John echoes some of my recent thinking about what qualifies as a web browser and, by extension, what qualifies as the web:
We shouldn’t think of “the web” as only what renders in web browsers. We should think of the web as anything transmitted using HTTP and HTTPS. Apps and websites are peers, not competitors. They’re all just clients to the same services.
That said, I think he is perhaps underestimating the power of URLs. Addressability—particularly over an extended time period—remains the powerful feature of the web.
Some excellent research from Chris, canvassing opinions on whether there’s a difference between web “apps” and web “sites”. His conclusion:
Almost none of the points above ring true for me. All I see are exceptions and gray area.
If nothing else, the fact that none of the proposed distinctions agree with one another show how pointless the phrase “web app” is—if people have completely differing ideas on what a phrase means, it is completely useless in furthering discussion …the very definition of a buzzword.
This leads me to think perhaps the “web app” moniker (certainly the newer of the two) is simply just a fashionable term. We like the sound of it, so we use it, regardless if it truly means anything.
But all of this is, I think, missing the more important point: why? Why would you want to separate the cornucopia of the web into two simplistic buckets? What purpose does it serve? That’s the question that really needs be answered.
If we could pin down a super accurate definition that we agreed on, even then it might not be particularly useful. And since we can’t, I argue it’s even less useful.
Coming from anyone else, this glorious vision might seem far-fetched, but Anne is working to make it a reality.
Dan Bricklin—co-creator of the original VisiCalc spreadsheet—turns his attention to responsive design, specifically for input-centric tasks.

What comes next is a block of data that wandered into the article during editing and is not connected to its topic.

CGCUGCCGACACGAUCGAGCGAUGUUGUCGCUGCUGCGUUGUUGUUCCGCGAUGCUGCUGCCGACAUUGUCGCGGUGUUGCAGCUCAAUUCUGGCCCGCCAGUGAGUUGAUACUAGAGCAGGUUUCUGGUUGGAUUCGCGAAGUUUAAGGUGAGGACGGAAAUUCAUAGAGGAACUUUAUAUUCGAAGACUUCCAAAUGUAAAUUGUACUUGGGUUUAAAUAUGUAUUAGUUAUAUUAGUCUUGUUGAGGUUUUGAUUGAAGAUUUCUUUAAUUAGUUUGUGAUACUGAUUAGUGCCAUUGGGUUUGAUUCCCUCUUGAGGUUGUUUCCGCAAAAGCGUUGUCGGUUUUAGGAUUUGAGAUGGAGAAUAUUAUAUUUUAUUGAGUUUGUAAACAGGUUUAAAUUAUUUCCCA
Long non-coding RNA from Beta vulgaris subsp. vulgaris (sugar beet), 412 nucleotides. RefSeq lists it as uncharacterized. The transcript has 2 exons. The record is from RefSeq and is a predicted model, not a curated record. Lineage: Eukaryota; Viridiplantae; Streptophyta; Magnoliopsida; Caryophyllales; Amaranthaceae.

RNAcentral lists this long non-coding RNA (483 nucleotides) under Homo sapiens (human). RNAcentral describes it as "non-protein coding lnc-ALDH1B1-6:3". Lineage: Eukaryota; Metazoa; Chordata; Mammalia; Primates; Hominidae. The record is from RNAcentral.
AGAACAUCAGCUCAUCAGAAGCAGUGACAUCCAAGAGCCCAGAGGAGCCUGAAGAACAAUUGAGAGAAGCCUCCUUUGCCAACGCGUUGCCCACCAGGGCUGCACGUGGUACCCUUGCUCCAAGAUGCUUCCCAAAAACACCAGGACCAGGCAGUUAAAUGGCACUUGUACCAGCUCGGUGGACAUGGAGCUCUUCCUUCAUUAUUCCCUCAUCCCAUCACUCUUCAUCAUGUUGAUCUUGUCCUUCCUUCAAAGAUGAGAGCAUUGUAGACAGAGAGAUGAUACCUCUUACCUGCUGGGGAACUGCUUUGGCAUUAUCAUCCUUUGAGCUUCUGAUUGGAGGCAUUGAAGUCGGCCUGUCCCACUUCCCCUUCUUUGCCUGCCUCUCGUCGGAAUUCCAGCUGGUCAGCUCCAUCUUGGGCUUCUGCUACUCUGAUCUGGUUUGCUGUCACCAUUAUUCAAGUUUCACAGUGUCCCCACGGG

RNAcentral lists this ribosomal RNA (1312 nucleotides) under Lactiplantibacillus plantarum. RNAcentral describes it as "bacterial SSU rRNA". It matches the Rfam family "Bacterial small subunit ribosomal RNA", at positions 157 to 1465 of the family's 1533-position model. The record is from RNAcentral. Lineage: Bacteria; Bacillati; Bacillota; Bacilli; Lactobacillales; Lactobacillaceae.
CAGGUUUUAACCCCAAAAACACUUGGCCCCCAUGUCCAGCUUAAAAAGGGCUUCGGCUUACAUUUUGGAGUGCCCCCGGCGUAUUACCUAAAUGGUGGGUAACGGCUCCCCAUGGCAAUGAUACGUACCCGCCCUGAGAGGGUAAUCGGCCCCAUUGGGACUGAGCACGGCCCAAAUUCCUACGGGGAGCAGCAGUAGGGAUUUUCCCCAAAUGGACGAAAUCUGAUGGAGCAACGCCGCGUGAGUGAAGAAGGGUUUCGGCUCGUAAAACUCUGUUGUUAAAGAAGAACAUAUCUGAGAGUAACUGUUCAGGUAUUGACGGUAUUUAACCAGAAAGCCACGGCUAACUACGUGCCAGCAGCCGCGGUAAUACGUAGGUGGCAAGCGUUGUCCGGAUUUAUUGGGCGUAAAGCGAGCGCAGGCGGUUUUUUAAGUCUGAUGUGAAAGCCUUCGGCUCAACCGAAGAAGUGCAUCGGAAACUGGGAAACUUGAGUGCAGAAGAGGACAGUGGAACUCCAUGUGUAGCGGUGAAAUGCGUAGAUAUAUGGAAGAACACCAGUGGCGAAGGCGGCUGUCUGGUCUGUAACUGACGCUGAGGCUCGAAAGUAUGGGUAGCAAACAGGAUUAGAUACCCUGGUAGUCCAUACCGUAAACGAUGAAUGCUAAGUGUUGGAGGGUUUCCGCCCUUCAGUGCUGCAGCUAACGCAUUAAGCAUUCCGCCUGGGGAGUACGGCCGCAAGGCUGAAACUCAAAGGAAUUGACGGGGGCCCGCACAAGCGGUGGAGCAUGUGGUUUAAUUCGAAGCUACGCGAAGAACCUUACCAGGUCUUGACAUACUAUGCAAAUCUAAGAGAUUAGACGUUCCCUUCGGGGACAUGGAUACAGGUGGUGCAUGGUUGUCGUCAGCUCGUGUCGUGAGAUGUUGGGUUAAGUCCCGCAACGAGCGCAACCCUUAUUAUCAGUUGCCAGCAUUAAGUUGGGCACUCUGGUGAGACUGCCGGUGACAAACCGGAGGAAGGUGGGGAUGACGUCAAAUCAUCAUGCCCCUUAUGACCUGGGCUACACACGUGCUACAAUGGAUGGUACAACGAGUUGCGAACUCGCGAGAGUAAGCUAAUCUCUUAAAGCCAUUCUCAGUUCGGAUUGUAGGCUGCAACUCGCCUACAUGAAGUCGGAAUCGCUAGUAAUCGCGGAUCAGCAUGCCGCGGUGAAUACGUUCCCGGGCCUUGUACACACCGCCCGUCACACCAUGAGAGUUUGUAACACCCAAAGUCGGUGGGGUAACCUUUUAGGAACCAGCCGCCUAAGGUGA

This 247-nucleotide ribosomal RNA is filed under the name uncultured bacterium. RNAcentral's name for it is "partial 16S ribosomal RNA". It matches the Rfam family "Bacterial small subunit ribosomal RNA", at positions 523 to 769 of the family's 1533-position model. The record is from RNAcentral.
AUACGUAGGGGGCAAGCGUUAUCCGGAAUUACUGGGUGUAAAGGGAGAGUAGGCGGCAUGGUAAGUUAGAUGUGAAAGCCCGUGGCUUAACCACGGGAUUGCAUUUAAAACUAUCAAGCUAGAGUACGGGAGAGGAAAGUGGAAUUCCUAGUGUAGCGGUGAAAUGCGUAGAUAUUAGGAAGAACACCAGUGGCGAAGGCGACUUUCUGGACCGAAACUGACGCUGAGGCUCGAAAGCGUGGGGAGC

Scott gives us an excellent State Of The Web address, looking at how the web can be central to the coming age of ubiquitous computing. He rightly skips through the imitation of native apps and gets down to the potential of just-in-time interactions.
This a great proposal: well-researched and explained, it tackles the tricky subject of balancing security and access to native APIs.
Far too many ideas around installable websites focus on imitating native behaviour in a cargo-cult kind of way, whereas this acknowledges addressability (with URLs) as a killer feature of the web …a beautiful baby that we definitely don’t want to throw out with the bathwater.
Dan is collecting all of those product demo videos aimed squarely at young white single males with iPhones.
I share Tom’s frustration with news apps that should be websites:
I wouldn’t download a BBC app or an NPR app for my computer. Why would I want one on my phone?
There’s some great practical advice for building accessible mobile web apps here.
This post is ten years old, but I think it might still be the best attempt to demarcate a difference between web “sites” and web “apps”: think of them as stories and tools.
It’s also remarkably prescient about the need for an effort exactly like HTML5:
A widely-distributed, standards-compliant, browser and platform-independent library of functions that would perform the basic user interface functions for a web-based tool, relying on the server side only for the logic and data sourcing.
This is kinda funny (because it’s kinda true).
Taking apps out of phones and embedding them in the world around us …there’s a lot of crossover with what Scott Jenson has been writing about here. Good stuff.
Some future-friendly musings on mobile from Mozilla and Yahoo.
Brent Simmons follows up on that Dave Winer post with some future-friendly thoughts: